If you have never known true, clinical depression, be thankful. It is worse than being sad. It is worse than being “blue” or down in the dumps. It is worse than feeling grief when a loved one dies. Depression is the sense of total worthlessness, of feeling that you deserve every bad thing that happens to you and that you don’t deserve any good that is part of your life. Depression is an endless black hole of suck, like a tar pit. On a good day you might be able to claw your way up to only waist-deep in it. On a good day you might be able to draw a few breaths thinking that you will be able to keep breathing without a struggle tomorrow.

But it never goes away. Medication can help manage it for some people. Therapy can help manage it. Learning strategies to cope like cognitive behavioral therapy can help manage it. But it never. goes. away.

Robin Williams’ death and the circumstances surrounding it serve as a stark reminder that we must address this problem as a national public health issue, just as Philip Seymour Hoffman’s death reminds us that we must address addiction as a national public health issue. But in the meantime, until our policymakers get off their collective asses and start doing something about depression, here’s what I have for you. And here is where Judaism informs my approach. When I am in pain nowadays, when that low, rational voice is telling me that I’d be better off dead, I turn to G-d as well as to my friends. I cry out for help instead of holding it in. I pray. And when I see someone else in this kind of pain, it is a mitzvah to reach out to them and help.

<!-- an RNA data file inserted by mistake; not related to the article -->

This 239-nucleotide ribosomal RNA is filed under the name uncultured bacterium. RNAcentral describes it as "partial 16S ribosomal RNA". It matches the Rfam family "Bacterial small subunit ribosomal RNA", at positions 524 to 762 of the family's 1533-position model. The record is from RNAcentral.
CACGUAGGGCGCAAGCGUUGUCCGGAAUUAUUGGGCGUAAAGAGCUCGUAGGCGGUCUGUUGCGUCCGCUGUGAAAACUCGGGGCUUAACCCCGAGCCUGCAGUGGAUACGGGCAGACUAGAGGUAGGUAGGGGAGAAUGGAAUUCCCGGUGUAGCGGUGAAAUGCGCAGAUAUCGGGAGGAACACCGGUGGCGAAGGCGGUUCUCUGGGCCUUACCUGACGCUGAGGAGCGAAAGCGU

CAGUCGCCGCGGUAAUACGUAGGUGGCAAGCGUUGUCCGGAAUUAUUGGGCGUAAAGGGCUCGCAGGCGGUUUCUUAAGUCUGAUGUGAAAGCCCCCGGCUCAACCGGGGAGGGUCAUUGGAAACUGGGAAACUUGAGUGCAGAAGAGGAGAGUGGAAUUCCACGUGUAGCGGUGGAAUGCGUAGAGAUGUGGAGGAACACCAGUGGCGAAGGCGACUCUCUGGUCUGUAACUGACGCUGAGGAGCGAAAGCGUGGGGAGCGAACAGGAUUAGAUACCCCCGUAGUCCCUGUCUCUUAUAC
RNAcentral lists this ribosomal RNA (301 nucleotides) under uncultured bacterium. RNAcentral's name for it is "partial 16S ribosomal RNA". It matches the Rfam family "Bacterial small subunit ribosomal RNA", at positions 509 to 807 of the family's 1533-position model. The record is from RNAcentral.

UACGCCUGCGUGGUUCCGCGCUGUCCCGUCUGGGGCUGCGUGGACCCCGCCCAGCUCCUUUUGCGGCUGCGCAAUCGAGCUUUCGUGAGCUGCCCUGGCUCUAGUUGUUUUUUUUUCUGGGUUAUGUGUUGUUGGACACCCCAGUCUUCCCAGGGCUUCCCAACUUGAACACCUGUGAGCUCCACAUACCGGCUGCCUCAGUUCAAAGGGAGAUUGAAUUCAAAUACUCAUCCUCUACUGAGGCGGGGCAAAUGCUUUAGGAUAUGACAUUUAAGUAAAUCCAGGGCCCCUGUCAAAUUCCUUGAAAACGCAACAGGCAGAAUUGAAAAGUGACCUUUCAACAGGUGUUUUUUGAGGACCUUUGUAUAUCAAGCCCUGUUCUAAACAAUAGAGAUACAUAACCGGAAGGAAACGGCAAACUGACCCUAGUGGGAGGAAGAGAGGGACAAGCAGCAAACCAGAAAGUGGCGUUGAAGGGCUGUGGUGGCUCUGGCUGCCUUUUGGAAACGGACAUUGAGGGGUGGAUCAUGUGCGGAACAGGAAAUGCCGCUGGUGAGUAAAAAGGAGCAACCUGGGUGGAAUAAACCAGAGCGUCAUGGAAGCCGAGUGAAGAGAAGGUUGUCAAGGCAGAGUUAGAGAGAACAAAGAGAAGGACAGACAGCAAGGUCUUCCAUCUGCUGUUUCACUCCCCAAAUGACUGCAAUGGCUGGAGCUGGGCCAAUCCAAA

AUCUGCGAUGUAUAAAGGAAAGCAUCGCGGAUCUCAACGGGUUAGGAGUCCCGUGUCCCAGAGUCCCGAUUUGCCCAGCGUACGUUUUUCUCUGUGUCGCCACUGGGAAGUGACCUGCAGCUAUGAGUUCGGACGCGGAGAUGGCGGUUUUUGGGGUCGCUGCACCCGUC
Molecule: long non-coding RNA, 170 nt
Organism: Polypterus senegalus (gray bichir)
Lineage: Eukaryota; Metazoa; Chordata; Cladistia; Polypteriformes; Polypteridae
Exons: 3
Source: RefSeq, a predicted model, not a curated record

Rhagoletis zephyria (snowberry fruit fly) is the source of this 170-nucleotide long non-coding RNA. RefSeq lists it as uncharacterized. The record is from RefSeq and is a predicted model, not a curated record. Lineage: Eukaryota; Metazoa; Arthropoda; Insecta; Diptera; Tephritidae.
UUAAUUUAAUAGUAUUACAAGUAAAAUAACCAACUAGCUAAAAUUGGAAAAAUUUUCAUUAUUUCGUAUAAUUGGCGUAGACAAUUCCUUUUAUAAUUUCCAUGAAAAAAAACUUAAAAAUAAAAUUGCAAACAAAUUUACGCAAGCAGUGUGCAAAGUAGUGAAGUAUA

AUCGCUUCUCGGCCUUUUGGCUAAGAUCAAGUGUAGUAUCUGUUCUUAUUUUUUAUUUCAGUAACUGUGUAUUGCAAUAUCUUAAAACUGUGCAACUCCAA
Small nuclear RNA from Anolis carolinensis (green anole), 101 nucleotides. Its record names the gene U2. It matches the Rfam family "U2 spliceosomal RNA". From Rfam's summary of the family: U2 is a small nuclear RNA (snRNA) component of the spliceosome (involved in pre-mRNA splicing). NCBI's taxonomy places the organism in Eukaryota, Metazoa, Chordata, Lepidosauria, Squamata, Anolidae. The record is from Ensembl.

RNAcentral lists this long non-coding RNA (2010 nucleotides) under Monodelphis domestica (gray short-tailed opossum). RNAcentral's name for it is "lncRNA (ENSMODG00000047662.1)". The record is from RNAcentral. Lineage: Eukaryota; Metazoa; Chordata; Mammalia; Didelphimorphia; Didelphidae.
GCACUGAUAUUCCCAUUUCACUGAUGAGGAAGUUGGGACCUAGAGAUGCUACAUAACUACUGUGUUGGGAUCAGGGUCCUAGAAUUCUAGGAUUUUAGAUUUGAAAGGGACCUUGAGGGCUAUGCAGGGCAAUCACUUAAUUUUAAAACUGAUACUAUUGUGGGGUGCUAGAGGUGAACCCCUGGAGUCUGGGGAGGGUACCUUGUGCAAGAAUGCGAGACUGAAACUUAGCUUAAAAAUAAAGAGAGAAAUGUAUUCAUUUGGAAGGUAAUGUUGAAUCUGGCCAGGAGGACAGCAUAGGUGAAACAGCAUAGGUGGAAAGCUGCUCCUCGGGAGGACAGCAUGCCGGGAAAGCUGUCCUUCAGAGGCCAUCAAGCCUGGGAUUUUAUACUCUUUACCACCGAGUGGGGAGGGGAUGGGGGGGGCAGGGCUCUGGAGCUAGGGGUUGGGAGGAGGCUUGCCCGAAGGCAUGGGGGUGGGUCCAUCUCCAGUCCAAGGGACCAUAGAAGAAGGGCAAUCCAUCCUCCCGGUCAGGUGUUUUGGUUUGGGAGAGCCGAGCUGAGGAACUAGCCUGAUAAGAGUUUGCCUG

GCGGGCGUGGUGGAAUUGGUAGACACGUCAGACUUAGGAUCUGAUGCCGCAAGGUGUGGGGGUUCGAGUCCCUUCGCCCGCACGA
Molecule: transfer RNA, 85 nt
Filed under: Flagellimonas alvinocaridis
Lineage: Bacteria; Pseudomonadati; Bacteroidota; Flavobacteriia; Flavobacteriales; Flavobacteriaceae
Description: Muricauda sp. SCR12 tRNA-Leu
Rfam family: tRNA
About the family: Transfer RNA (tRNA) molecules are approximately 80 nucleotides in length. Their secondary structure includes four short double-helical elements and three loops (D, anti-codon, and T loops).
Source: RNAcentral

If you have a friend in pain, reach out to them. Reach out to them. Reach out to them. Send them a note, an e-mail, give them a hug or a phone call. Take them to a movie or out to lunch. Don’t let them struggle alone in the endless black hole of suck that is depression. And don’t be fooled by their shiny happy exterior – it’s a front. Let them know you’re here. Let them know you care. Let them know they matter. And say it again, and again, and again, because depression can be louder than you are.

If you are in this kind of pain, if you think that ending it would be better than going on, if you can’t see the point any more, please, please get some help. Please reach out. Please call a suicide helpline -http://www.suicidepreventionlifeline.org/ even has an online chat program if you can’t handle a phone call. But don’t wait. Don’t give up.

Because my life is better because you’re in it.

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http://abcnews.go.com/International/wireStory/palestinians-quit-gaza-talks-israel-show-24917164

Apparently another ceasefire is in effect for 72 hours from Sunday morning at midnight.

Hamas wants an end to the blockade in order to extend this truce. Israel wants Hamas to disarm and won’t lift the blockade due to the risk of arms smuggling if they do.

And, of course, there’s still that little problem where Hamas wants to eradicate Israel and all Jews.

So I’m not celebrating yet, and I’m not holding my breath.

 

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Friday Feature: What Are You Thankful For This Week?

It’s time for the Friday Feature again, where I ask you what good things happened to you this week. This is direct from Telushkin’s Book of Jewish Values, Day 69.